Satisfying unity and drama in masterful programming

ONCE again the importance of the Vector Wellington Orchestra under Marc Taddei was underlined in a concert of balance and imagination.
Considering the atrocious weather, there was an amazingly large audience on Saturday, and their enthusiasm was matched by performances of stature and vitality.

In starting the concert with Schubert's "Unfinished" Symphony and ending with Luciano Berio's mix of sketches from the proposed Tenth Symphony with his own musings, Taddei gave us a programming masterstroke.

In between we had the great C minor piano concerto Mozart composed in 1786 and the superb concert aria Ch'io mi scordi di te composed in the same year. All together there was a satisfying unity that showed up the comparative lack of imagination in much of the NZSO's programming.

The performances were of a uniformly high quality. Diedre Irons might have lacked sparkle in the Mozart A major Concerto (K488) at the last concert but the dramatic C minor Concerto (K491), with its pre-echoes of Beethoven, suited her much better, and she gave a powerful performance well supported by Taddei and the orchestra.

She was excellent, too, in the obbligato piano part to the Mozart concert aria in which Margaret Medlyn sang with dramatic power and great vocal security. This was Mozart singing of the highest class.

Luciano Berio's Rendering is not a completion of Schubert's Tenth Symphony like those of Brian Newbould or, even better, Michael Vinten, but an orchestration of the piano sketches interspersed with Berio's own thoughts in his 20th century language. The effect is not unlike that of Valentin Silvestrov's modernistic language broken by echoes of ersatz Mozart (Requiem for Larissa), and the impact is curiously compelling.

The Schubert "Unfinished" was as arrestingly played as the rest of the programme, and mention must be made of the polished playing from the wind and brass all evening. If the strings had less than ideal weight at times, no one could question their stylish contribution.

Dominion Post 25 July 2011 John Button


This concert both played the game and bended the rules in the most interesting possible way - we had what's become a common orchestral concert format of introductory work, concerto and symphony, but most interestingly constituted and creatively "placed", so that the feeling of "the same old formula" was nicely avoided.

Taddei conjured from his players some gorgeously-coloured modulations... || In places, Irons, Taddei and the players superbly realized the music's power, those dark coruscations of interchange at the heart of the development dug into with a will, while elsewhere, such as in the orchestral lead-up to the first movement cadenza, there was drama and thrust aplenty, soloist and orchestra each taking it in turns to galvanize the other.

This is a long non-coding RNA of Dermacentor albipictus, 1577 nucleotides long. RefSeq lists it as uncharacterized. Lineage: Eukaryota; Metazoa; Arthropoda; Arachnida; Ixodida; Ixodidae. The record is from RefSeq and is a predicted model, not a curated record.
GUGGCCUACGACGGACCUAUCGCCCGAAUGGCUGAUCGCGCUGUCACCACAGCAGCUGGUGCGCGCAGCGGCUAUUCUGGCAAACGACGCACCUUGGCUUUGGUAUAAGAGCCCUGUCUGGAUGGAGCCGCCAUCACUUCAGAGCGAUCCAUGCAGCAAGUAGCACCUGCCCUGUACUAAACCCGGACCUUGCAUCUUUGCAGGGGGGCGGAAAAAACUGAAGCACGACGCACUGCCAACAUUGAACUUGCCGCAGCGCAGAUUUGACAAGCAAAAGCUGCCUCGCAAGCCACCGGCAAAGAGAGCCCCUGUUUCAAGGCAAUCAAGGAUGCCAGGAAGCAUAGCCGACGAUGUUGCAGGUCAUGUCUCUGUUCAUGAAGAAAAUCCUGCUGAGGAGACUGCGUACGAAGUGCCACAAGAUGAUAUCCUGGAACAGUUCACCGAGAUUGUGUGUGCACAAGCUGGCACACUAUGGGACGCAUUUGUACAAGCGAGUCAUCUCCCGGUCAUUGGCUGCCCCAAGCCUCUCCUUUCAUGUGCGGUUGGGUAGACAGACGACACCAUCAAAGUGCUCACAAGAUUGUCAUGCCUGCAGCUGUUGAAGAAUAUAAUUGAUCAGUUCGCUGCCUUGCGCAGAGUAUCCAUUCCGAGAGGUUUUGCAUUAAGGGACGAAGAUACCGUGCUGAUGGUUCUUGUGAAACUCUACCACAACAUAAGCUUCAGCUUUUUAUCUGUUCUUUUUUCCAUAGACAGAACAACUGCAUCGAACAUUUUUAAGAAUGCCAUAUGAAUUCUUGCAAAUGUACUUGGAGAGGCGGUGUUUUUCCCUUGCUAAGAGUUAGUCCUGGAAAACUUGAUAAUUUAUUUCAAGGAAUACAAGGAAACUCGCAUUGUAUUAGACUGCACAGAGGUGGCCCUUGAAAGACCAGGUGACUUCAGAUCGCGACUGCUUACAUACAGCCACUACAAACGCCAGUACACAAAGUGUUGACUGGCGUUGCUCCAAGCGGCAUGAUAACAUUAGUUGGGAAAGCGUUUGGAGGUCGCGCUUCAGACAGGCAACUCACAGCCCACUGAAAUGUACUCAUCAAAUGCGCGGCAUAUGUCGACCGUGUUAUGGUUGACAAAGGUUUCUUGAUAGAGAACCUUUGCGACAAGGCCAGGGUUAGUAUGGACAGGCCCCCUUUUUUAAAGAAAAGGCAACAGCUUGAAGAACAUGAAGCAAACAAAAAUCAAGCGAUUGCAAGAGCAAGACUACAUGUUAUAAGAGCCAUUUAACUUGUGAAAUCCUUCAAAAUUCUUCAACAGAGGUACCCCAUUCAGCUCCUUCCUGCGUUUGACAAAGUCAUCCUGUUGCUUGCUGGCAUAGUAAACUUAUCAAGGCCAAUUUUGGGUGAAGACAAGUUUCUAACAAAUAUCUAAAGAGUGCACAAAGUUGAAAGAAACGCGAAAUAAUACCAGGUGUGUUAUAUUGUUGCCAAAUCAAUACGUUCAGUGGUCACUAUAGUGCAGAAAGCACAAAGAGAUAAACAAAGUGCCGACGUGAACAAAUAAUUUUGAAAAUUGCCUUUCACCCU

Peter Mechen, | 23 July 2011 FULL REVIEW


Wellington Orchestra set for another triumphant year: a superb concert

...not to denigrate the achievements of the orchestra with conductor Taddei in the past few years, [but] this was a stunningly successful concert, with playing that in energy, subtlety, freedom of expression and instrumental virtuosity might even have bettered what we often hear from the NZSO.

The centerpiece was no doubt the Borodin symphony... both orchestra and conductor totally exuded huge confidence, familiarity (Taddei had no score before him) and where it mattered, a fine sense of heroism, folklorish colour and abandonment.

A performance of Debussy’s first large-scale orchestral work opened the concert. The beginning of Nuages, with beautifully modulated winds and, soon, its lovely cor anglais solo, said everything about the maturity and sheer refinement of the orchestra. It was obviously a thoroughly studied achievement; not only were the winds elegant and subtle, but the gleam of the string sections that introduced the second part, Fêtes, might have surprised an audience in Vienna’s Musikverein. The muted trumpets in the middle created a mystical, remote magic; Debussy’s orchestra sounded sometimes is if the Ravel of Daphnis et Chloé, a decade later, had been helping with the orchestration.

Lindis Taylor | | April 16, 2011 Read more


Conductor inspires fine performance

Guest conductor Marc Taddei brought his distinctive blend of equanimity and inspiring enthusiasm to his direction of Thursday night’s concert. A graduate of the Julliard School, Manhattan, Taddei was visiting from New Zealand where he is now based, and it was interesting to observe the orchestra’s positive response to his baton, particularly in Mendelssohn’s Scottish Symphony, which requires execution of distinctive layered rhythmic patterns by the strings in particular.

Jennifer Gall | THE CANBERRA TIMES | Saturday, April 2, 2011


Concert of emotion and colour

Beginning with Barber's moving Adagio for Strings this concert was one of emotion and color and, thanks to some astonishing playing, succeeded beyond any reasonable expectation...

...under Taddei's masterly baton, [Elgar Violin Concerto] drew forth sounds of Edwardian splendor with a precision and richness...

The concert opened with the Barber Adagio in the performance of great reverence. Again, the soft playing was breathtaking and, if it was slower than I like, the result was entirely convincing.

What a wonderful concert...

John Button, Dominion Post, September 2010 Full Review


A flourish of eccentricity pays off for Taddei